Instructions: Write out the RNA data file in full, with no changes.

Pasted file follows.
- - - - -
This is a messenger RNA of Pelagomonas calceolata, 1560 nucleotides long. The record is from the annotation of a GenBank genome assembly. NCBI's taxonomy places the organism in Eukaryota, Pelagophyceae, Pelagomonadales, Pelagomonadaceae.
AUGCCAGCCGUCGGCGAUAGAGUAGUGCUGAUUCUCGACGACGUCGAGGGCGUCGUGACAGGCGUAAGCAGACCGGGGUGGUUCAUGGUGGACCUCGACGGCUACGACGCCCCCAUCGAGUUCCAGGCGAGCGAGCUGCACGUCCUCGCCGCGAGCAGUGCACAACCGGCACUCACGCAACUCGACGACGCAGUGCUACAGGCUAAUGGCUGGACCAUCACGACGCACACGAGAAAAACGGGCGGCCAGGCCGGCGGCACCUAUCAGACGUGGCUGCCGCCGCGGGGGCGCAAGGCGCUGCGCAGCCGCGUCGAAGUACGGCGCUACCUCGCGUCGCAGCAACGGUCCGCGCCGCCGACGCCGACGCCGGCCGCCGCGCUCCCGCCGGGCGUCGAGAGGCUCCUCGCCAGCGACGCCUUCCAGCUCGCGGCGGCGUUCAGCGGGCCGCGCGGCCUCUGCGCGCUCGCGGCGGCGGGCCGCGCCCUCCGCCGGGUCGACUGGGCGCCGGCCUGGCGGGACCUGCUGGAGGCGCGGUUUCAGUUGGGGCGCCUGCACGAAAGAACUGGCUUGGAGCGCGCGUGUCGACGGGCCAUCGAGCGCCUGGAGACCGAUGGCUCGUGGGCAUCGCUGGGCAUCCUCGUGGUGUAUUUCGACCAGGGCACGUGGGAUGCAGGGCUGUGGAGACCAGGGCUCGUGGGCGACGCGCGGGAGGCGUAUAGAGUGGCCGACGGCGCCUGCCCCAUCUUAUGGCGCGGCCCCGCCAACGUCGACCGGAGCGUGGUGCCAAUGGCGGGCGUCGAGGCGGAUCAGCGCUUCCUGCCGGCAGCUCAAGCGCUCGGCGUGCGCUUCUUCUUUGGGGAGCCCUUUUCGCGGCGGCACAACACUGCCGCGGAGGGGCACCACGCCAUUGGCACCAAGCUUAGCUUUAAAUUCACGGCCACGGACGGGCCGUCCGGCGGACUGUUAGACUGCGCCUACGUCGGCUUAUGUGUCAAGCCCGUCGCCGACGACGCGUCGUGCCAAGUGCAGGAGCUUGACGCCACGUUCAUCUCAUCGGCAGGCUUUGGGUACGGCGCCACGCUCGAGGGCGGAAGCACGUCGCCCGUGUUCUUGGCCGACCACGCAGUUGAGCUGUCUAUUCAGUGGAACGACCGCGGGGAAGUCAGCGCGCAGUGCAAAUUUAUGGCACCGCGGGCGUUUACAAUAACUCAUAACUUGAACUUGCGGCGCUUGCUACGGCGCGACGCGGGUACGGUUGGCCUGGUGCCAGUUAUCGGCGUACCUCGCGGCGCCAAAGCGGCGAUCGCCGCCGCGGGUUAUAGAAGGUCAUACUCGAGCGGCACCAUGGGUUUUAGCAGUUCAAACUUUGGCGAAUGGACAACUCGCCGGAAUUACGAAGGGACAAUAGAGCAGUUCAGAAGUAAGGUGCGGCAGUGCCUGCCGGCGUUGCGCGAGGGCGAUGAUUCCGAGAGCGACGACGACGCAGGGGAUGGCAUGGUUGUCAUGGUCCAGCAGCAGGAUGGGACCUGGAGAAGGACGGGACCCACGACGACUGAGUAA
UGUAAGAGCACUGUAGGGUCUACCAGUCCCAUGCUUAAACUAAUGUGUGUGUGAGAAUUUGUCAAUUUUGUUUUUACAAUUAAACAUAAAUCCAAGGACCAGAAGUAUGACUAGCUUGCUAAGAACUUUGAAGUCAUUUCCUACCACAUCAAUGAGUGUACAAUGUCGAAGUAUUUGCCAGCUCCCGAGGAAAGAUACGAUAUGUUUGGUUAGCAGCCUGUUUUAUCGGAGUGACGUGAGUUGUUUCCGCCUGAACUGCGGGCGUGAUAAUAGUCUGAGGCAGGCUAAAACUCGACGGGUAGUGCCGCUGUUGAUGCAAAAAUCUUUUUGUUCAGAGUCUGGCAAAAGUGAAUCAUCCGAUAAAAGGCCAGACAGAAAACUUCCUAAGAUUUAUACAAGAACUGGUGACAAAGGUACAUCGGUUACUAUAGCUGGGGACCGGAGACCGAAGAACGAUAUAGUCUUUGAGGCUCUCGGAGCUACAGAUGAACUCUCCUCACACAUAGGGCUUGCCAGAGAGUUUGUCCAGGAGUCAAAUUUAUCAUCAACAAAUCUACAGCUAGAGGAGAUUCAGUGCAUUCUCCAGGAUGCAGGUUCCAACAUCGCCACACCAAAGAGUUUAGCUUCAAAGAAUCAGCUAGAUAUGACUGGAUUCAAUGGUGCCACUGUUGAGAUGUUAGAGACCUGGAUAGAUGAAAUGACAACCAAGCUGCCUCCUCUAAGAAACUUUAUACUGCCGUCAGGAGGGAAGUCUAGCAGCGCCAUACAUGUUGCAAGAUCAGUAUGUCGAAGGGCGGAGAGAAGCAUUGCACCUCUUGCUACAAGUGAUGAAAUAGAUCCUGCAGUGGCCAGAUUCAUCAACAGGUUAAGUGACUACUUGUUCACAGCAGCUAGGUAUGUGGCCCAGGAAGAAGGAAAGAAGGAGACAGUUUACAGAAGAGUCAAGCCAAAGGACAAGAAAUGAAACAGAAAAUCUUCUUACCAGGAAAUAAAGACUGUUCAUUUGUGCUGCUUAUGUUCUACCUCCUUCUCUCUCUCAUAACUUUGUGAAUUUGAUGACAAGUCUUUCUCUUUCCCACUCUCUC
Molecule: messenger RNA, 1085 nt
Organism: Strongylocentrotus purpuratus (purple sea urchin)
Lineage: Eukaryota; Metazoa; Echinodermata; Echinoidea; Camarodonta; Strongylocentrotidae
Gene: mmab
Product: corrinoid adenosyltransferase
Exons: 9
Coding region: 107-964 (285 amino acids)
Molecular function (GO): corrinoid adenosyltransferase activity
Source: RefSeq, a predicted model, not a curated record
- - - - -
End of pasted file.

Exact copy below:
This is a messenger RNA of Pelagomonas calceolata, 1560 nucleotides long. The record is from the annotation of a GenBank genome assembly. NCBI's taxonomy places the organism in Eukaryota, Pelagophyceae, Pelagomonadales, Pelagomonadaceae.
AUGCCAGCCGUCGGCGAUAGAGUAGUGCUGAUUCUCGACGACGUCGAGGGCGUCGUGACAGGCGUAAGCAGACCGGGGUGGUUCAUGGUGGACCUCGACGGCUACGACGCCCCCAUCGAGUUCCAGGCGAGCGAGCUGCACGUCCUCGCCGCGAGCAGUGCACAACCGGCACUCACGCAACUCGACGACGCAGUGCUACAGGCUAAUGGCUGGACCAUCACGACGCACACGAGAAAAACGGGCGGCCAGGCCGGCGGCACCUAUCAGACGUGGCUGCCGCCGCGGGGGCGCAAGGCGCUGCGCAGCCGCGUCGAAGUACGGCGCUACCUCGCGUCGCAGCAACGGUCCGCGCCGCCGACGCCGACGCCGGCCGCCGCGCUCCCGCCGGGCGUCGAGAGGCUCCUCGCCAGCGACGCCUUCCAGCUCGCGGCGGCGUUCAGCGGGCCGCGCGGCCUCUGCGCGCUCGCGGCGGCGGGCCGCGCCCUCCGCCGGGUCGACUGGGCGCCGGCCUGGCGGGACCUGCUGGAGGCGCGGUUUCAGUUGGGGCGCCUGCACGAAAGAACUGGCUUGGAGCGCGCGUGUCGACGGGCCAUCGAGCGCCUGGAGACCGAUGGCUCGUGGGCAUCGCUGGGCAUCCUCGUGGUGUAUUUCGACCAGGGCACGUGGGAUGCAGGGCUGUGGAGACCAGGGCUCGUGGGCGACGCGCGGGAGGCGUAUAGAGUGGCCGACGGCGCCUGCCCCAUCUUAUGGCGCGGCCCCGCCAACGUCGACCGGAGCGUGGUGCCAAUGGCGGGCGUCGAGGCGGAUCAGCGCUUCCUGCCGGCAGCUCAAGCGCUCGGCGUGCGCUUCUUCUUUGGGGAGCCCUUUUCGCGGCGGCACAACACUGCCGCGGAGGGGCACCACGCCAUUGGCACCAAGCUUAGCUUUAAAUUCACGGCCACGGACGGGCCGUCCGGCGGACUGUUAGACUGCGCCUACGUCGGCUUAUGUGUCAAGCCCGUCGCCGACGACGCGUCGUGCCAAGUGCAGGAGCUUGACGCCACGUUCAUCUCAUCGGCAGGCUUUGGGUACGGCGCCACGCUCGAGGGCGGAAGCACGUCGCCCGUGUUCUUGGCCGACCACGCAGUUGAGCUGUCUAUUCAGUGGAACGACCGCGGGGAAGUCAGCGCGCAGUGCAAAUUUAUGGCACCGCGGGCGUUUACAAUAACUCAUAACUUGAACUUGCGGCGCUUGCUACGGCGCGACGCGGGUACGGUUGGCCUGGUGCCAGUUAUCGGCGUACCUCGCGGCGCCAAAGCGGCGAUCGCCGCCGCGGGUUAUAGAAGGUCAUACUCGAGCGGCACCAUGGGUUUUAGCAGUUCAAACUUUGGCGAAUGGACAACUCGCCGGAAUUACGAAGGGACAAUAGAGCAGUUCAGAAGUAAGGUGCGGCAGUGCCUGCCGGCGUUGCGCGAGGGCGAUGAUUCCGAGAGCGACGACGACGCAGGGGAUGGCAUGGUUGUCAUGGUCCAGCAGCAGGAUGGGACCUGGAGAAGGACGGGACCCACGACGACUGAGUAA
UGUAAGAGCACUGUAGGGUCUACCAGUCCCAUGCUUAAACUAAUGUGUGUGUGAGAAUUUGUCAAUUUUGUUUUUACAAUUAAACAUAAAUCCAAGGACCAGAAGUAUGACUAGCUUGCUAAGAACUUUGAAGUCAUUUCCUACCACAUCAAUGAGUGUACAAUGUCGAAGUAUUUGCCAGCUCCCGAGGAAAGAUACGAUAUGUUUGGUUAGCAGCCUGUUUUAUCGGAGUGACGUGAGUUGUUUCCGCCUGAACUGCGGGCGUGAUAAUAGUCUGAGGCAGGCUAAAACUCGACGGGUAGUGCCGCUGUUGAUGCAAAAAUCUUUUUGUUCAGAGUCUGGCAAAAGUGAAUCAUCCGAUAAAAGGCCAGACAGAAAACUUCCUAAGAUUUAUACAAGAACUGGUGACAAAGGUACAUCGGUUACUAUAGCUGGGGACCGGAGACCGAAGAACGAUAUAGUCUUUGAGGCUCUCGGAGCUACAGAUGAACUCUCCUCACACAUAGGGCUUGCCAGAGAGUUUGUCCAGGAGUCAAAUUUAUCAUCAACAAAUCUACAGCUAGAGGAGAUUCAGUGCAUUCUCCAGGAUGCAGGUUCCAACAUCGCCACACCAAAGAGUUUAGCUUCAAAGAAUCAGCUAGAUAUGACUGGAUUCAAUGGUGCCACUGUUGAGAUGUUAGAGACCUGGAUAGAUGAAAUGACAACCAAGCUGCCUCCUCUAAGAAACUUUAUACUGCCGUCAGGAGGGAAGUCUAGCAGCGCCAUACAUGUUGCAAGAUCAGUAUGUCGAAGGGCGGAGAGAAGCAUUGCACCUCUUGCUACAAGUGAUGAAAUAGAUCCUGCAGUGGCCAGAUUCAUCAACAGGUUAAGUGACUACUUGUUCACAGCAGCUAGGUAUGUGGCCCAGGAAGAAGGAAAGAAGGAGACAGUUUACAGAAGAGUCAAGCCAAAGGACAAGAAAUGAAACAGAAAAUCUUCUUACCAGGAAAUAAAGACUGUUCAUUUGUGCUGCUUAUGUUCUACCUCCUUCUCUCUCUCAUAACUUUGUGAAUUUGAUGACAAGUCUUUCUCUUUCCCACUCUCUC
Molecule: messenger RNA, 1085 nt
Organism: Strongylocentrotus purpuratus (purple sea urchin)
Lineage: Eukaryota; Metazoa; Echinodermata; Echinoidea; Camarodonta; Strongylocentrotidae
Gene: mmab
Product: corrinoid adenosyltransferase
Exons: 9
Coding region: 107-964 (285 amino acids)
Molecular function (GO): corrinoid adenosyltransferase activity
Source: RefSeq, a predicted model, not a curated record